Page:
As bad as this already sounds for the cricket, its nightmare has just begun. The worm grows, coiled inside the cricket’s body cavity, to a length three to four times that of its host. Once it matures, the worm manipulates the cricket’s behavior, causing it to wander in a random pattern. If the cricket encounters water, it obligingly jumps in, and the adult Gordian worm, now in its breeding habitat, departs its drowning host.
The lancet liver fluke, a trematode or primitive worm, has a similarly complex life cycle that ends badly for one of its hosts. At various points in its life cycle, the fluke is hosted by a snail, an ant and a cow or other herbivorous mammal. In this sequence, the ant is the victim of behavioral manipulation by the fluke. This happens after an ant ingests the fluke’s larval stage by feeding on a ball of mucous coughed up by an infected snail.
Once inside the ant, the fluke larvae cause the ant to ascend a grass blade or other plant each night and remain there until morning, clamped in place with its jaws. During the rest of the day, the ant behaves normally. While mounted on vegetation, however, the ant is susceptible to being eaten by a cow, sheep, or other grazing animal, thus delivering the fluke to a suitable reproductive habitat.
As for my moldering flies, it turns out that parasitic mind control isn’t exercised by animals alone. In an especially creepy twist, fungi get into the act. Many insects and other arthropods are affected by entomopathogenic (insect-infecting) fungi. Many of these fungi cause their hosts to take up positions that increase the dispersion of fungal spores, such as at the end of a leaf.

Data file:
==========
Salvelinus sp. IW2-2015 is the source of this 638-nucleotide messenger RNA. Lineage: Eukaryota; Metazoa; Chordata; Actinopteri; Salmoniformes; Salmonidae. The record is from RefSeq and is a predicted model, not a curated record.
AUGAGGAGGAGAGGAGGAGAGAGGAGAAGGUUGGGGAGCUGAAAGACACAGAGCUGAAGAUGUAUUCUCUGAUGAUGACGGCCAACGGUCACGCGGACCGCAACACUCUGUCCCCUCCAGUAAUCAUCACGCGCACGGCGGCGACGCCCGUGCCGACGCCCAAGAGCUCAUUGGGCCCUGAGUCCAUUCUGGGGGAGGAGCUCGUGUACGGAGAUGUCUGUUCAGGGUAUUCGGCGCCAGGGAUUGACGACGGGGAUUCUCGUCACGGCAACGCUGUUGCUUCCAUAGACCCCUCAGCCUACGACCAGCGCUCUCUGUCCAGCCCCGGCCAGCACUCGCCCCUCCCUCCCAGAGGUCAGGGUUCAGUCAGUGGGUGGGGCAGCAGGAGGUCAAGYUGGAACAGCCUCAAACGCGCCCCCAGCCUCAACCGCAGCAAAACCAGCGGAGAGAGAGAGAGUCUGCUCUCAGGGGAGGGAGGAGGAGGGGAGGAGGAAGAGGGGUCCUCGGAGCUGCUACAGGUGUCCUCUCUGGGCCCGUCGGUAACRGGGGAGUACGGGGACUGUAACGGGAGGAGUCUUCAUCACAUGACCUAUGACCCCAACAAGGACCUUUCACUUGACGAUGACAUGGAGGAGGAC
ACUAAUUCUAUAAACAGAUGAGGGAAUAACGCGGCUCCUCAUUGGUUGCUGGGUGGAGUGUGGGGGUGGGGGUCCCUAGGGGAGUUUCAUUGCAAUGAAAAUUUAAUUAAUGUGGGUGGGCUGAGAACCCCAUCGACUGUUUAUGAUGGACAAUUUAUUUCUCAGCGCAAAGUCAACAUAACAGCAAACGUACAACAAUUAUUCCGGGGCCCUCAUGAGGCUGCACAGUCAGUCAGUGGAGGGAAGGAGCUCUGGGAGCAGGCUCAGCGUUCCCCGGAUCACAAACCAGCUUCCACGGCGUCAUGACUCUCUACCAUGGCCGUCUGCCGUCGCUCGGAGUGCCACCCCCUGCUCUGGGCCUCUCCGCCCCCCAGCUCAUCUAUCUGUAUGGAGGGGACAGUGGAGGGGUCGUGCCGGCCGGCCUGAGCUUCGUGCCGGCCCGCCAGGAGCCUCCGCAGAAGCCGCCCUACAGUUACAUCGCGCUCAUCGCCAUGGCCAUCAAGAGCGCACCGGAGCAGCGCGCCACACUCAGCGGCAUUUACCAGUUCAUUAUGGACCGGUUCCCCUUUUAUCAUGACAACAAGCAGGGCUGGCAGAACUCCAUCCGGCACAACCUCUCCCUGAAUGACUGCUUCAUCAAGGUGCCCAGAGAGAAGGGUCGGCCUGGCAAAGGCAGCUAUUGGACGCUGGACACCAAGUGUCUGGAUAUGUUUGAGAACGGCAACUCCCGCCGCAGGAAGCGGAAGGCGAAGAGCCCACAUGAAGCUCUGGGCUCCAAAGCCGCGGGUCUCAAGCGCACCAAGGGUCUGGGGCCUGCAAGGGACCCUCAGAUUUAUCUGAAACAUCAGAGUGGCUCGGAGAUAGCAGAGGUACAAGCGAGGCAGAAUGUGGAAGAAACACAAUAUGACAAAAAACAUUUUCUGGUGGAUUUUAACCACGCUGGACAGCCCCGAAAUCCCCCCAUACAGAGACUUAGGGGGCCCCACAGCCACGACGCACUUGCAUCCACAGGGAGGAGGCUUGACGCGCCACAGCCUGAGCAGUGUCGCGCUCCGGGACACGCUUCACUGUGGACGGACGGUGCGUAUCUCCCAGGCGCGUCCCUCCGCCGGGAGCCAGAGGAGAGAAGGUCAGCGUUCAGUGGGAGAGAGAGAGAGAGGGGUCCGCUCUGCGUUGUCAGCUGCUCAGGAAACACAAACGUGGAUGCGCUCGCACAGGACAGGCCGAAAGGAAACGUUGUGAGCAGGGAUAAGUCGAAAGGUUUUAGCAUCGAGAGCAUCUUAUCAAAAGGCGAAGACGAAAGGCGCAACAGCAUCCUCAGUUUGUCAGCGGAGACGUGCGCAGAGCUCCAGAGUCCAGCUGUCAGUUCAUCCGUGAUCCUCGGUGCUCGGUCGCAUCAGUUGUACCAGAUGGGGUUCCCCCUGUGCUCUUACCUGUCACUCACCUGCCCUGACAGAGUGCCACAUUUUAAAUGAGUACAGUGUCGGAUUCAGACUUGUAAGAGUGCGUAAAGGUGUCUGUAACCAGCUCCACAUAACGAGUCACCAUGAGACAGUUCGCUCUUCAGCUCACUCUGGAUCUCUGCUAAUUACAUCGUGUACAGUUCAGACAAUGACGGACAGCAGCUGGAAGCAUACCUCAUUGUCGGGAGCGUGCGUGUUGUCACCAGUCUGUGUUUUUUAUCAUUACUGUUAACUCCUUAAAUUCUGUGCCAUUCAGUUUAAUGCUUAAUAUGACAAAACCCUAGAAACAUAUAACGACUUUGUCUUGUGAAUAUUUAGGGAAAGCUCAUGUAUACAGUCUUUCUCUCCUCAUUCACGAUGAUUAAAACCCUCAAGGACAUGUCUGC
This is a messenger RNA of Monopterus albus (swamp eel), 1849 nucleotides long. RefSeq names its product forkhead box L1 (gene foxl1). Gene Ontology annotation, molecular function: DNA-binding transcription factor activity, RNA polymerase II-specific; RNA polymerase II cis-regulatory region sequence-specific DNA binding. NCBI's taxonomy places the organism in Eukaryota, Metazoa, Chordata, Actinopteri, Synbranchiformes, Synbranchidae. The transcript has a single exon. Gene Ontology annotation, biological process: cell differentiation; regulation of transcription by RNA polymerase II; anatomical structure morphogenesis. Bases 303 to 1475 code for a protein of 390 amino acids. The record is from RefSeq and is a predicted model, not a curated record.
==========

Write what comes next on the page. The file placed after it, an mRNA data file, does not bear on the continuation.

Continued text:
Grasshoppers infected by entomopathogenic fungi are manipulated to climb tall meadow plants to release spores into the wind. The flies I observed at the Rust Nature Sanctuary were probably also shedding spores into the air, but spores can also be transmitted by direct contact with other flies. Male flies are not especially finicky about mating partners and will attempt to mate with a dead, fungus-infected female. Indeed, infected females often die with their wings apart, exposing their abdomens in a manner especially enticing to the males.
The exact mechanisms by which parasites exercise mind control are the subject of current research, but alteration of the host’s neural chemistry appears to play an important role. For example, some parasites cause their host to produce neuromodulators, substances such as serotonin, that alter the transmission of nerve impulses. Some parasites also appear to enlist the host’s immune system in altering host behavior.
Host species are not entirely defenseless against parasitic mind control. Cockroaches and other insects use “behavioral fever” to kill parasites, meaning that they find warm places or bask to raise their body temperature above what their parasites can endure. Other hosts simply eat right. Some tiger moth caterpillars kill parasitic tachinid fly larvae in their bodies by eating plants high in alkaloids or glycosides.
When you’re contemplating ghosts, ghouls and demons this Halloween, consider the real-life zombies about in the world and the parasites that control their minds … and hope that you’re safe from their reach. Sleep tight!